Heart Health

Updated 17 August 2017

Obese SA kids and heart disease

More than 29% of SA men and 56% of SA women are classified as overweight or obese, and there is a growing concern that obesity is no longer only a problem among adults.

More than 29% of South African men and 56% of South African women are classified as overweight or obese, and there is a growing concern that obesity is no longer only a problem among adults. More and more children are affected too.

In the United States, teens and young adults are suddenly dying at higher than usual rates from heart attacks. Although researchers say they don't have enough information to identify the reason for the deaths, the US Centres for Disease Control and Prevention (CDC) have a strong suspicion that the underlying cause is the rapid rise in obesity among the young over the past two decades.

A South African MRC report shows that childhood obesity has negative health implications with approximately 60% of overweight 5-10-year-old children presenting with at least one associated cardiovascular risk factor and 25% presenting with two or more risk factors. For example, a tremendous increase in type 2 diabetes in children and teenagers has been documented.

As South Africa assimilates western culture, more people adopt an unhealthy western diet and lifestyle of high fat foods, little or no exercise and very little fibre, fresh fruit and vegetables. These factors all contribute to the development of heart disease, according to the Heart and Stroke Foundation of South Africa.

Dr Mary Sawyer, who runs an Adolescent Primary Care and Prevention Clinic in Georgia, USA believes that children are also eating more junk food as a result of fewer numbers of families cooking meals at home. "They're getting lots of salt, lots of fat, lots of sugar,” she says, “while becoming less physically active as other interests, such as computer games and television, take up more of their time.” This situation is certainly also true for many South African children.

Excess weight can put strain on the heart as it tries to pump blood through the body at an increased rate, burdening the heart, which increases the risk of cardiovascular disease. Obesity also lends itself to other major risk factors such as stroke, high blood pressure, high blood cholesterol levels and diabetes.

Parents can play an important role in preventing and treating obesity in their children. A study published in the American Journal of Clinical Nutrition showed that parent intervention in getting children to lose excess weight had greater results than when children worked alone with a dietician.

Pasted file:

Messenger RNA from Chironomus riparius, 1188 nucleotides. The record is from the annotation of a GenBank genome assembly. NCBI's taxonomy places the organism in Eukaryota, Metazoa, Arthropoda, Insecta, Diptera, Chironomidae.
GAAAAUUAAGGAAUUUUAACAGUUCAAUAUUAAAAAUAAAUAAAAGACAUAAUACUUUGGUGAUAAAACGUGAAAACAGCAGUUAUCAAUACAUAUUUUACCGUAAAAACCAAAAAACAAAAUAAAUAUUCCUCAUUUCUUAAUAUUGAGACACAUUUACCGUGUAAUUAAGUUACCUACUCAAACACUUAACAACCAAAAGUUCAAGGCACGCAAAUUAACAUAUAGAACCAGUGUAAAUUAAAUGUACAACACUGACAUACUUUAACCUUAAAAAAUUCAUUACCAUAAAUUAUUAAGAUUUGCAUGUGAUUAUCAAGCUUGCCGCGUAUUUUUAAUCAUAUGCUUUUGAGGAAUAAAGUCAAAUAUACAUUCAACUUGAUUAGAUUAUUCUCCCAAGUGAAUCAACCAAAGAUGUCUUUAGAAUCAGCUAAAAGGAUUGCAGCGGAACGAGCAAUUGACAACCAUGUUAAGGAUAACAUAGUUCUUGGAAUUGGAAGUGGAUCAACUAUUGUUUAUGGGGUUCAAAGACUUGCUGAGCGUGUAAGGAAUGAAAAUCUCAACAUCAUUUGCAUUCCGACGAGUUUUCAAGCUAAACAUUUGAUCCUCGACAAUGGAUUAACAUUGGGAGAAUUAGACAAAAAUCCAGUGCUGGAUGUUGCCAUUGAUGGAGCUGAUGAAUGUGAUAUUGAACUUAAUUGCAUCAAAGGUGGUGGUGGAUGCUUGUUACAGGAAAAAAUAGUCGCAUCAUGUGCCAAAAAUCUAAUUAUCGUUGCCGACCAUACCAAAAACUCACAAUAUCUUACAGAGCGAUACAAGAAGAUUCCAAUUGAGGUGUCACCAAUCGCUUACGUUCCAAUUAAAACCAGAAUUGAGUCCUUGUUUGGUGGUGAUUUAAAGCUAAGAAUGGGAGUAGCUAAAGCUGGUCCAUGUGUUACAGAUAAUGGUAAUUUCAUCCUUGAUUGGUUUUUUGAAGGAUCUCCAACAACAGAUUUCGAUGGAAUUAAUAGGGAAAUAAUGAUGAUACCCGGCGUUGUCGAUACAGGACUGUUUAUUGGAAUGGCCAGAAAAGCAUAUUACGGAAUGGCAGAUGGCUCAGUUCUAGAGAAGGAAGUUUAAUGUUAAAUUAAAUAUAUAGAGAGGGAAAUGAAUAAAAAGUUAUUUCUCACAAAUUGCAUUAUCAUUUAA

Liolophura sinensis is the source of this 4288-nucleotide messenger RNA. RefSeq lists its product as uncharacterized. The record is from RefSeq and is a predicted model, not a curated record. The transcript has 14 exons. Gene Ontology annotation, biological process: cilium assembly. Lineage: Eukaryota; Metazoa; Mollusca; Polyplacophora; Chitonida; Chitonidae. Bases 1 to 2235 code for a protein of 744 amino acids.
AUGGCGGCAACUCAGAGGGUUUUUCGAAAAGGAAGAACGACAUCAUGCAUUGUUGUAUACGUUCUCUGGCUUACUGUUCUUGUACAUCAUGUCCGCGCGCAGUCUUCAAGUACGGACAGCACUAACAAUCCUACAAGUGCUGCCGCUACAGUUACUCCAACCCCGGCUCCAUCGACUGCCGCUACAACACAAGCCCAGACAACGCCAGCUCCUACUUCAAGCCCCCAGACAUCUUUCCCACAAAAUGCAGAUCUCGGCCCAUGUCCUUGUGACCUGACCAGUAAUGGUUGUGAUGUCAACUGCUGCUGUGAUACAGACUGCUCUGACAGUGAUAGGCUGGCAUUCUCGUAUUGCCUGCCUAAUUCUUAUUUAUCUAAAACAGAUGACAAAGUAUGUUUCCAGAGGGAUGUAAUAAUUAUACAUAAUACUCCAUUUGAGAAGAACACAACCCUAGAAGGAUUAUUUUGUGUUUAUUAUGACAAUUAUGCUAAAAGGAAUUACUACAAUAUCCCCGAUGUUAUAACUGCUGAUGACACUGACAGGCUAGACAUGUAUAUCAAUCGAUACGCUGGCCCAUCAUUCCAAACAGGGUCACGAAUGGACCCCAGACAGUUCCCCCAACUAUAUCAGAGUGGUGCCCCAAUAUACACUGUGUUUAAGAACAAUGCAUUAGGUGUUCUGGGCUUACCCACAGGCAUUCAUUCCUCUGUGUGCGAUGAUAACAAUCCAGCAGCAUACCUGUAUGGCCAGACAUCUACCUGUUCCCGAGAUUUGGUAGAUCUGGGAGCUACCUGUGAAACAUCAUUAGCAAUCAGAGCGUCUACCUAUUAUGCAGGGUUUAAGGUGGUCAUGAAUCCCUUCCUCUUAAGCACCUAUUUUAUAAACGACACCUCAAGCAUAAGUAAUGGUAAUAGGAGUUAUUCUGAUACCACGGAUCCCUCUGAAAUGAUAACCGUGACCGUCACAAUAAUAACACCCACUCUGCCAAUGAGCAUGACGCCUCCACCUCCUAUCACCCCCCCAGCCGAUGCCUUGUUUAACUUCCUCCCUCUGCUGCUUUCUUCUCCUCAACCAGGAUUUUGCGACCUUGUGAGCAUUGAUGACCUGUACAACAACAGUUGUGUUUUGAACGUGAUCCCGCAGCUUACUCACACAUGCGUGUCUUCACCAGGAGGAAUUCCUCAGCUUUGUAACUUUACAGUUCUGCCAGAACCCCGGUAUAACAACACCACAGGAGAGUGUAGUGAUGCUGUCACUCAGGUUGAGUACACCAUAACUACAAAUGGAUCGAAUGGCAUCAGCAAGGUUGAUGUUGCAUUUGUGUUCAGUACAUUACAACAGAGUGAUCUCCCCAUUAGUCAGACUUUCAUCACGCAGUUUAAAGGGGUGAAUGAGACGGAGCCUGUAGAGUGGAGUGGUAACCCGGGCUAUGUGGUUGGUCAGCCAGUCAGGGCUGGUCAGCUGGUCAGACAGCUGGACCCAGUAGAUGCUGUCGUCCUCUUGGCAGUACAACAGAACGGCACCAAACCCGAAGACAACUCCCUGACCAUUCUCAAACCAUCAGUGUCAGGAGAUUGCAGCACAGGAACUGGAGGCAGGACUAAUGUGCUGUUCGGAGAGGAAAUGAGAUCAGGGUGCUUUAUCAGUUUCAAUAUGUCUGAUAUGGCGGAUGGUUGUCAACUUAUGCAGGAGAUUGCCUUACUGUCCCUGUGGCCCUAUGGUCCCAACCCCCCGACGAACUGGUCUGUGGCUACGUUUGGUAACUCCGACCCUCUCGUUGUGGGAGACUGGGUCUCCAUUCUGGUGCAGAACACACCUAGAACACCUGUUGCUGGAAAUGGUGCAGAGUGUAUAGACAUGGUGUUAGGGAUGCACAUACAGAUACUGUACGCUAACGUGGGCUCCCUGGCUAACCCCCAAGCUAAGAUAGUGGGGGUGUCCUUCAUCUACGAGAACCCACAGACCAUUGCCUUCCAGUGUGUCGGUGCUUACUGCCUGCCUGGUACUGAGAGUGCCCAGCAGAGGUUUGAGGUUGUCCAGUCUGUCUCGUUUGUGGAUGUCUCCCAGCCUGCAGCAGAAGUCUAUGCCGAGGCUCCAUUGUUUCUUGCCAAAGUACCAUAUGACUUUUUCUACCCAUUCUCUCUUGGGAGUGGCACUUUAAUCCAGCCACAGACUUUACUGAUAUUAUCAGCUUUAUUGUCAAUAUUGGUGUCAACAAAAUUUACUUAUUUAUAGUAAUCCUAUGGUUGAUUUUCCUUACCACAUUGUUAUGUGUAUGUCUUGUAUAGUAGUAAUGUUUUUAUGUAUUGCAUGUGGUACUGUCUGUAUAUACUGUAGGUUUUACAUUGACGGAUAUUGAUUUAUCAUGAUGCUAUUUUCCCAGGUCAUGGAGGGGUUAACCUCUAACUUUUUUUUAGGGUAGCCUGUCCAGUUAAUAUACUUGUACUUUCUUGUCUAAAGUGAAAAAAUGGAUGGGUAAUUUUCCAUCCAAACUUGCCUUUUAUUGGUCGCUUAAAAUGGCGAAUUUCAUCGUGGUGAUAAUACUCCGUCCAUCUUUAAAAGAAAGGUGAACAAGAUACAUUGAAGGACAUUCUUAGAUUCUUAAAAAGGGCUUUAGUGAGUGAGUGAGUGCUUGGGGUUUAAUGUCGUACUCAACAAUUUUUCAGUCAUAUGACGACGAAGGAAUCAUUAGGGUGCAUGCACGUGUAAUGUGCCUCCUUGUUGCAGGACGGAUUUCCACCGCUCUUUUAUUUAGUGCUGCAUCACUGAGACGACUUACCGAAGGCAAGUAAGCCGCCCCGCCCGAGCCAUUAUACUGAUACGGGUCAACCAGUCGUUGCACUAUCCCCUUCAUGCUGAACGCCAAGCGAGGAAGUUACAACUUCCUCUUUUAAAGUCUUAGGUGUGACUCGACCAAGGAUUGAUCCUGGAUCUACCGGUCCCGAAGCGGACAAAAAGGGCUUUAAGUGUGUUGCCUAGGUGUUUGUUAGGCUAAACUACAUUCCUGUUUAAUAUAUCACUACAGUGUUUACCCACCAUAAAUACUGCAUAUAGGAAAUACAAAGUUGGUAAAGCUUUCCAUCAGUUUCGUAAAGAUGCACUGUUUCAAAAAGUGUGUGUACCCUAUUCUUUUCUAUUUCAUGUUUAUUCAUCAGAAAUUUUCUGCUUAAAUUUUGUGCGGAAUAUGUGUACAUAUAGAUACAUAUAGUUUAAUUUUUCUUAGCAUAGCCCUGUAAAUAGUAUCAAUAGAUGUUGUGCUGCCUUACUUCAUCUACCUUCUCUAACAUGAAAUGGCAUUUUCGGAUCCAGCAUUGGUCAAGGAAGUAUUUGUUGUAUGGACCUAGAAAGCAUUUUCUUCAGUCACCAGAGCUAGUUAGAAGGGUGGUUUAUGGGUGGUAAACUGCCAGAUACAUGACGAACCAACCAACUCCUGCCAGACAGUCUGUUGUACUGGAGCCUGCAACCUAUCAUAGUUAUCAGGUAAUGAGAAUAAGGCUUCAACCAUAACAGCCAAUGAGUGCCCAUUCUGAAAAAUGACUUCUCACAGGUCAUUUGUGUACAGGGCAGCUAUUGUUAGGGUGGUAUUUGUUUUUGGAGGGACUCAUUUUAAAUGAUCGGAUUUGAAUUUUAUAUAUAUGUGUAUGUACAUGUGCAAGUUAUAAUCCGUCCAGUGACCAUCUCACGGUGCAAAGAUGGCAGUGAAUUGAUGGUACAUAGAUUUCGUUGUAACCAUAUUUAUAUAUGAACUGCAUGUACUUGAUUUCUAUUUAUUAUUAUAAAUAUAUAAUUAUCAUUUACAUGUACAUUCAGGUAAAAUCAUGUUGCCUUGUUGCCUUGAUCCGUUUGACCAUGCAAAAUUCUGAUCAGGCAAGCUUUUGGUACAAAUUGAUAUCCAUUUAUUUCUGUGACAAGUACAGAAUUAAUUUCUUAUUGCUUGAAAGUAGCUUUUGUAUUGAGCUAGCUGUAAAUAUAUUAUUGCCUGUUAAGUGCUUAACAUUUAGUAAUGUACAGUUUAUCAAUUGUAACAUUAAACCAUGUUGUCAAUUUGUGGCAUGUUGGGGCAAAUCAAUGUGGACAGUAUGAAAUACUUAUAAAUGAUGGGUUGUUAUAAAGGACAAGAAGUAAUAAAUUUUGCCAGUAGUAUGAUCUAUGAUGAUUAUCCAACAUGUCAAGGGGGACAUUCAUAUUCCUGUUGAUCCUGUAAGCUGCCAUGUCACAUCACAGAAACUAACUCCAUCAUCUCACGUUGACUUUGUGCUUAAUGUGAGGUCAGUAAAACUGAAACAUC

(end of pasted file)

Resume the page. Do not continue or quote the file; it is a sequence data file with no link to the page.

A change in lifestyle can beat obesity and reduce heart disease. There are, however, no miracle cures or quick fixes. Here are a few tips from the Foundation:

  • Give children food from all food groups - fruit, vegetables, dairy products, whole-grain breads, cereals, legumes, pasta, lean meat and fish or skinless poultry;
  • Help children to maintain a healthy, realistic goal weight;
  • Teach them to use sugar and salt in moderation;
  • Educate children about the hazards of smoking and excessive alcohol intake;
  • Encourage them to take part in regular aerobic exercise such as swimming and running;
  • Obesity is especially prevalent in black females, as it has status and is seen as a mark of success. Yet the traditional African diet is healthy and should be encouraged. It is the quantity consumed and what is added to staple foods that must be controlled.

Here are some guidelines when planning traditional food purchases:

  • Staple foods
    Although mieliepap is a staple food, it does not contain enough vitamins and minerals or roughage to keep the body healthy. It is therefore important to include a variety of vegetables with staple foods every day. Another option to mieliepap is samp or mielie rice, which is high in fibre.
  • Red meat
    To reduce the fat intake when preparing meat, all visible fat should be cut off as the meat already contains a lot of invisible fat. Skinless chicken or fish is a better choice.
  • Cooking oil
    Cooking oil, when heated at high temperatures for a long period of time causes the blood cholesterol to increase. Constant use of too much oil will also lead to obesity.
  • Salt
    Too much salt increases high blood pressure and causes the body to retain water. The more salt you use, the more water you should drink to cleanse the system. No one should use more than one teaspoon of salt per day. If you have high blood pressure or are obese, you should use even less.
  • More than one fat per meal
    When making sandwiches, we often use more than one fat. For example, when making a peanut butter sandwich, we use margarine and peanut butter. This way we consume two fats. Peanut butter contains enough fat and must be used without margarine.

- (The Heart and Stroke Foundation, Health24, updated May 2010)


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